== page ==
Why Does Your Gecko Feel So Cold? [6 Potential Problems]

Because geckos are cold-blooded reptiles, many people planning to keep them for the first time do expect them to feel quite cool to the touch. However, actually feeling how chilly they can be by personally picking them up can still be shocking. And when exactly is their coldness normal and when is it dangerous?

Humans perceive geckos as cold creatures because they are ectothermic; they have lower body temperatures and they maintain their environments’ temperature. When unable to maintain preferred body temperatures due to lack of environmental heat, geckos will at best go into brumation and at worst experience hypothermia.

Cold-Blood: Mean & How Does It Work?

Geckos are cold-blooded animals: this is a fact most people know. Unfortunately, not everyone actually fully understands what that means and what it entails. This lack of understanding stems from the term itself and the misconceptions that come with it [1].


Some people make the common mistake of thinking that “cold-blooded” animals, like geckos, are totally unable to control their body temperatures. They are made out to be feeble creatures incredibly weak to the slightest changes in substrate and ambient temperature, having no ability to save themselves from the cold and heat.

Geckos are ectotherms animals. Theycan safely infer that they depend on external sources of heat, like the sun in the wilderness, to maintain their preferred and/or optimal body temperatures [2].

So while they are, to some extent, sensitive to changes in temperature, it’s not because they are incapable of regulating their body temperature. It’s more because of the fact that they don’t produce their own body heat.

However, through something called thermoregulation [3], geckos can actually warm themselves up or cool themselves down simply by moving to a place that either has a higher or lower temperature compared to where they were previously staying at [4].

They move not to just feel comfortable but also to make sure that their body stays working normally. You see, since their body temperature plays a significant role in their metabolism, digestion, locomotion, feeding, and defending themselves from predators, they will look for a place that will give them the best shot at surviving – and even thriving.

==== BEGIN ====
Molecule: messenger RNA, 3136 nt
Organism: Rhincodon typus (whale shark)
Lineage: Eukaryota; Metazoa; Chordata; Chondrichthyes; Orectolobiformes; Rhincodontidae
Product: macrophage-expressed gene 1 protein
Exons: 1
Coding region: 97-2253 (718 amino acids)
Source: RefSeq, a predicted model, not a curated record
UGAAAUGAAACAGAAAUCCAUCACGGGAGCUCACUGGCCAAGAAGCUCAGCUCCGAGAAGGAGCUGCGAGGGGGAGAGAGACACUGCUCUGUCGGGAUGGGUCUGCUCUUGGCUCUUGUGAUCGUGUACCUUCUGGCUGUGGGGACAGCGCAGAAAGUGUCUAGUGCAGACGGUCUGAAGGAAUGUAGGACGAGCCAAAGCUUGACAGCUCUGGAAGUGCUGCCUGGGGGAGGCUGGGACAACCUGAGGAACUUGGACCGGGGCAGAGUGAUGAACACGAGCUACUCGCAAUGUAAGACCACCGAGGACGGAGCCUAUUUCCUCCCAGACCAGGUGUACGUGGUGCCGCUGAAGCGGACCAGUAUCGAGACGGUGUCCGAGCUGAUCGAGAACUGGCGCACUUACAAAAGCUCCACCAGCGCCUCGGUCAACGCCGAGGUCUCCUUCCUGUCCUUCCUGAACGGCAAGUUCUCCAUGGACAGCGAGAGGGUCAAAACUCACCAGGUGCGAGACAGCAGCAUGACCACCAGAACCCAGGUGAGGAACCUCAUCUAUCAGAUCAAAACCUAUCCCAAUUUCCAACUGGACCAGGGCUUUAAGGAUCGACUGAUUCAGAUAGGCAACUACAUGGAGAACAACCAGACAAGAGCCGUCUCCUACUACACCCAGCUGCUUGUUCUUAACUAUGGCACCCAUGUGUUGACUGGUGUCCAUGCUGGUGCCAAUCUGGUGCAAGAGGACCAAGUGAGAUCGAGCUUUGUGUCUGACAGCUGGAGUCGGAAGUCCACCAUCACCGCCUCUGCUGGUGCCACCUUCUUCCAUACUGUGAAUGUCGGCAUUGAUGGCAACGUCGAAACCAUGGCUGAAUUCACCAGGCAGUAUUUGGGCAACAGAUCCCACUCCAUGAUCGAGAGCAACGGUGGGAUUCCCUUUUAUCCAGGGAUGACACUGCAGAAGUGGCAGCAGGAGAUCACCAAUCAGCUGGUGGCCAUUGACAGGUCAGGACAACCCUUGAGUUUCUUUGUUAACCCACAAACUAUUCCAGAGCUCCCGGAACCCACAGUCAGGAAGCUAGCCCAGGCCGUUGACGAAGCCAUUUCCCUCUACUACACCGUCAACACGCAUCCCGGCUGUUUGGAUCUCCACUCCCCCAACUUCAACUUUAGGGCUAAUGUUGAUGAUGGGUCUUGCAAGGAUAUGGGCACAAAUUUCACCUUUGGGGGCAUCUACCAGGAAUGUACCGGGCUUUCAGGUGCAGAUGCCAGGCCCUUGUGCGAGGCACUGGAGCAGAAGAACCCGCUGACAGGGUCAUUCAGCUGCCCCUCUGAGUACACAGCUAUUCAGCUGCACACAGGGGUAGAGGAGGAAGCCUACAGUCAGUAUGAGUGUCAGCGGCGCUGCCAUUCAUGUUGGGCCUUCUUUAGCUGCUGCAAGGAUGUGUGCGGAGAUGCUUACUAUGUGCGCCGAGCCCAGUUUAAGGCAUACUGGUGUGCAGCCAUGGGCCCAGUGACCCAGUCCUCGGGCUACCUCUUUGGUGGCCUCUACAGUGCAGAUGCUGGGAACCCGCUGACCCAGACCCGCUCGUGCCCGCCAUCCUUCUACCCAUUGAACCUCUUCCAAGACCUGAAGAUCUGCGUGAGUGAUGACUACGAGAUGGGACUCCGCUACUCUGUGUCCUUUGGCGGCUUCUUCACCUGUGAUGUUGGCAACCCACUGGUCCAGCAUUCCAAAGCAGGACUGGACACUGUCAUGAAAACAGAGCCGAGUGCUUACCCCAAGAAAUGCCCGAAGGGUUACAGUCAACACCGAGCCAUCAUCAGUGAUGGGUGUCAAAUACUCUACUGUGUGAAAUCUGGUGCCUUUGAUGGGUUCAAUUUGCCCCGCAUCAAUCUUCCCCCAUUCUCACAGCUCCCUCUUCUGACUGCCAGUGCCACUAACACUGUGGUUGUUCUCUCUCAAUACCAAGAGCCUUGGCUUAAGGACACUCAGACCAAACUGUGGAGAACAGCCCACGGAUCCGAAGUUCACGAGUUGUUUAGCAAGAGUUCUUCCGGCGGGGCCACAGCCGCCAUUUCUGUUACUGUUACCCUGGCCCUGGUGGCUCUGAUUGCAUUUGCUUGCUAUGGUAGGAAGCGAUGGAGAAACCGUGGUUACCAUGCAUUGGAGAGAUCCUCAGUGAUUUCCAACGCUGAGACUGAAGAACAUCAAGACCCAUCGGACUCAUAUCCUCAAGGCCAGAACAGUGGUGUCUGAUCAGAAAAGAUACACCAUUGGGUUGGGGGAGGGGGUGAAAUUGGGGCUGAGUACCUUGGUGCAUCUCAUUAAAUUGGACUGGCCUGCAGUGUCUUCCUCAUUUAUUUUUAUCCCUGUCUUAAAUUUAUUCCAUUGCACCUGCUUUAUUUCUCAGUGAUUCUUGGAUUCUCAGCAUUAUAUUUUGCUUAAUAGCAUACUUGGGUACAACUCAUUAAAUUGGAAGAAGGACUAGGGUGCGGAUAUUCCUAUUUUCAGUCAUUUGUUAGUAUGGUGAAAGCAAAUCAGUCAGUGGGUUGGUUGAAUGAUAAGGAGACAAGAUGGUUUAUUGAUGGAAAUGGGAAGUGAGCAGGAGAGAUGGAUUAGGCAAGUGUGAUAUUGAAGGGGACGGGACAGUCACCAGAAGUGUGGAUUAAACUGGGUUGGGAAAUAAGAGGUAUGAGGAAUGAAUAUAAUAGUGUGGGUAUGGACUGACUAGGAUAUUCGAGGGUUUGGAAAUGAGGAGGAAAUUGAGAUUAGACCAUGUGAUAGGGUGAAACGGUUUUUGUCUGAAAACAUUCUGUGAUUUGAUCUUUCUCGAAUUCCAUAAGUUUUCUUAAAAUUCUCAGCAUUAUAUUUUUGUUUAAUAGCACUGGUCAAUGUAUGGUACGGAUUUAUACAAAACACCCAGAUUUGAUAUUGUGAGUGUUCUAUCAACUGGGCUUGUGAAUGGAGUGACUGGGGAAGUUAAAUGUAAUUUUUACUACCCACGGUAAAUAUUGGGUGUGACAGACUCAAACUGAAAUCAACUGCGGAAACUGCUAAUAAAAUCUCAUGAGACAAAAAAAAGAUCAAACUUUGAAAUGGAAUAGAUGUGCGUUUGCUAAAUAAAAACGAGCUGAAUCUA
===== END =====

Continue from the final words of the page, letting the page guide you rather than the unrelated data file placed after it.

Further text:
Normal Body Temperature

By virtue of geckos being ectotherms, they have much cooler body temperatures compared to humans. The normal human body temperature is 97°F (36.5°C) to about 99°F (37.5°C). And unlike the geckos,humans generally maintain this body temperature regardless of the weather.

Geckos, in contrast, get heat from their surroundings. Considering that all gecko species have evolved in diverse types of natural habitats (arid deserts, rocky grasslands, humid rainforests, etc.), different species have different preferences when it comes to what body temperatures they maintain [5].

Crested geckos seem to thermoregulate until they get their body temperatures within the 75-82°F (24-28°C) range [6], quite comparable to the ambient temperature experienced in New Caledonia. While leopard geckos’ sweet spot when it comes to average preferred body temperature is around 77°F (25°C).

Now, compare your normal body heat from their preferred body heat. Big difference, no? So, the next time you find that your soft reptile baby feels a bit cool to the touch, don’t be surprised. It’s pretty normal and to be expected.

Here’s a quick video on thermoregulation in ectotherms vs. endotherms:

Cool Places

Our lovely soft-bellied little friends need a lot of care and attention. That’s why good husbandry is important and more experienced keepers and breeders advise newbies in the hobby to do as much research as they can into the specific breeds they are planning to get as pets.

One of the major things to look into, is, of course, temperature. And as I have already explained, geckos are highly dependent on their environment for heat. They rely on available heat sources – be it a type of heating unit or a light source that heats up considerably.

However, the other side of the coin also shows that they also seek shelter from the heat. So when they want to cool down, they move to areas with lower temperatures and also lower their body temperatures as a result.

Simply put: a warm place is to a warm body and a cool place is to a cool body. But, of course, they also have their limits.

Geckos can’t be in environments that are either above 90°F (32°C)or below 65°F (18°C) for prolonged periods otherwise serious problem such as dysecdysis, impaction and more might arise [7, 8].


Geckos need to maintain a favorable range of body temperatures to ensure that all of their bodies’ physiological processes run smoothly and without a hitch. This is a relatively easy task for geckos originating from tropical countries. For species that originally live in temperate regions of the globe, it’s much more difficult especially during winter.

To ensure their survival during such a cold season, they slow down their metabolism and other internal processes. In this period, they will sleep a lot more and eat a lot less – sometimes even completely. Brumation is the term people use to refer to this innate survival tactic, oftentimes compared to the period of hibernation warm-blooded (endothermic) animals experience.